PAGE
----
top of page

Agile Politics

My associate Tom Meloche has been writing about politics lately, so I’ve decided to weigh in myself. As you know, if you read my articles, I am always clear about my AI-generated content. Today, I’m writing about office politics, so I decided to start with the standard Google AI definition:

“Office politics is the process of gaining and maintaining power and influence within an organization. It can be positive or negative, depending on how it is used. Positive office politics can help to build relationships, improve communication, and create a more productive work environment. Negative office politics can lead to conflict, gossip, and sabotage.”

The distinction between positive and negative politics is interesting here. Whereas the negative description fits with my model of political behavior, the positive description sounds like something else to me. However, if politics is “the process of gaining and maintaining power and influence,” these positive manifestations make sense.

Agile journeys begin with understanding the gap between the current and desired states. If politics exist in an organization -- and this state is virtually ubiquitous -- evaluating its effectiveness is a critical part of the process. If, indeed, positive politics is a thing, we should move to reinforce it.

However, if you see things like I do, negative politics are the real target here. Negative politics proliferate when they work to allow people to gain power and influence. Their effectiveness almost always comes from the top. If top leaders embrace negative politics, others will follow.

It is unreasonable to assume that intelligent, talented, passionate people won’t find the most effective pathway for advancing their careers. Negative politics exist because they work. Organizations dominated by negative politics will naturally attract and retain people with a knack for utilizing them.

Negative politics undermine the very core of agile practice. They weaken trust, damage communications, and detract from effective work efforts. For an Agile Journey to progress, leadership must acknowledge the current state and actively address the power of negative politics in the organization.

I am reminded of a time in my own company. I was very wary of negative politics getting a foothold in the company. Once, an employee came to me and started complaining about another employee. A few sentences in, I stopped her and asked if she could wait just a minute before proceeding. I left my office and got the person she was talking about. I asked her to start over in his presence and not to leave anything out, or I would add it myself.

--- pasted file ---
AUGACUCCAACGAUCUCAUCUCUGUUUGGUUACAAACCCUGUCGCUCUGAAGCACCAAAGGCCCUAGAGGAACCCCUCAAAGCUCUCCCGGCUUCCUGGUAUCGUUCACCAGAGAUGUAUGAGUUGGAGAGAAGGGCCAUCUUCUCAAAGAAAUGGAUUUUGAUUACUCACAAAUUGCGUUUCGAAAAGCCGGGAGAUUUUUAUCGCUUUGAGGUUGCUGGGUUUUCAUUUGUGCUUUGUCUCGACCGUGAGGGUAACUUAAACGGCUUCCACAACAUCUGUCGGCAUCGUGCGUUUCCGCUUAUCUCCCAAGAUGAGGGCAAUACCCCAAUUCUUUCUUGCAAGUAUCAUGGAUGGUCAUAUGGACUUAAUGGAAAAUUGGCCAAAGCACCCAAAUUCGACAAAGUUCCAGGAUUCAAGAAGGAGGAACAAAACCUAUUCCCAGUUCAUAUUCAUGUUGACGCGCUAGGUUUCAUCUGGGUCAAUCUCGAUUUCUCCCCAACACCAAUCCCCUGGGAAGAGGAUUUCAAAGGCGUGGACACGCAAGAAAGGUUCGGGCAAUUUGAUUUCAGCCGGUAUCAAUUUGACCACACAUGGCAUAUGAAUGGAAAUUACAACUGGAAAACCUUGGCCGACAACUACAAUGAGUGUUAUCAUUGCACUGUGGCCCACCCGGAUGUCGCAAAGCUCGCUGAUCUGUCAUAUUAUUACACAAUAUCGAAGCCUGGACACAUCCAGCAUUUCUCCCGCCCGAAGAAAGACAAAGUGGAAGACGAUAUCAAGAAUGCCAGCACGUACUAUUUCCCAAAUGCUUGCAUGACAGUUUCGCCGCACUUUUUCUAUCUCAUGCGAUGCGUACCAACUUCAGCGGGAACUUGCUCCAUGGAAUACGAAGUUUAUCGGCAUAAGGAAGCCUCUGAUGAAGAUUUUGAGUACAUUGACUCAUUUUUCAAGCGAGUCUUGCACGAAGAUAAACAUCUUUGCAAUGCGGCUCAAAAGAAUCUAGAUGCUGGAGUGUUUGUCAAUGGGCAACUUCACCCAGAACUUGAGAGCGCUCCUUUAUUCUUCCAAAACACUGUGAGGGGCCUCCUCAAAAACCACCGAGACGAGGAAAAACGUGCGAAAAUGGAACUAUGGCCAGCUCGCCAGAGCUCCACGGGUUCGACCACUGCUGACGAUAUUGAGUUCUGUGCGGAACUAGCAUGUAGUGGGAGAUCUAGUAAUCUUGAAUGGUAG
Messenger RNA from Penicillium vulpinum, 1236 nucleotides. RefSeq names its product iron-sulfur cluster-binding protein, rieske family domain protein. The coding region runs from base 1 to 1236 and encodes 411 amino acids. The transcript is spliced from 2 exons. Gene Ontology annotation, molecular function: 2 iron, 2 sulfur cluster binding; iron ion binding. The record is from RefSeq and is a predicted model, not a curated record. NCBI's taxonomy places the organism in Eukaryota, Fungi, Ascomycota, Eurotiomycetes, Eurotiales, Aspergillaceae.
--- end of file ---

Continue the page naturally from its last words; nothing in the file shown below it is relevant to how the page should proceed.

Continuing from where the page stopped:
From there, I essentially became an observer. The two of them hashed out their differences in my office while I went about the work I had been doing before being interrupted. I assure you she never returned to me with a complaint about another employee. Did she complain to others? Maybe. I can’t know for sure, but as a leader, I can only send clear messages that negative politics won’t work here.

You may lose some people if you commit to stamping out negative politics. That’s okay! Part of a changing culture is not everyone will like what you’re becoming. The people you hire to replace departed employees will likely appreciate the culture you’re moving toward, which will help reinforce the transformation.

You can’t force mindset changes like this. They take time and patience. We have to prepare ourselves to meet situations as they arise. We will miss some opportunities and catch others. In time, negative politics fails to produce the desired results. Employees naturally resort to trust-building and collaboration to get things done.

Recent Posts

See All

All Great Leaders Have Empathy

It’s ironic that when we’re interviewing for leadership roles, we tend to prefer people with a strong presence and confidence. Yet, the greatest leaders in modern history -- people like Gandhi and Man


bottom of page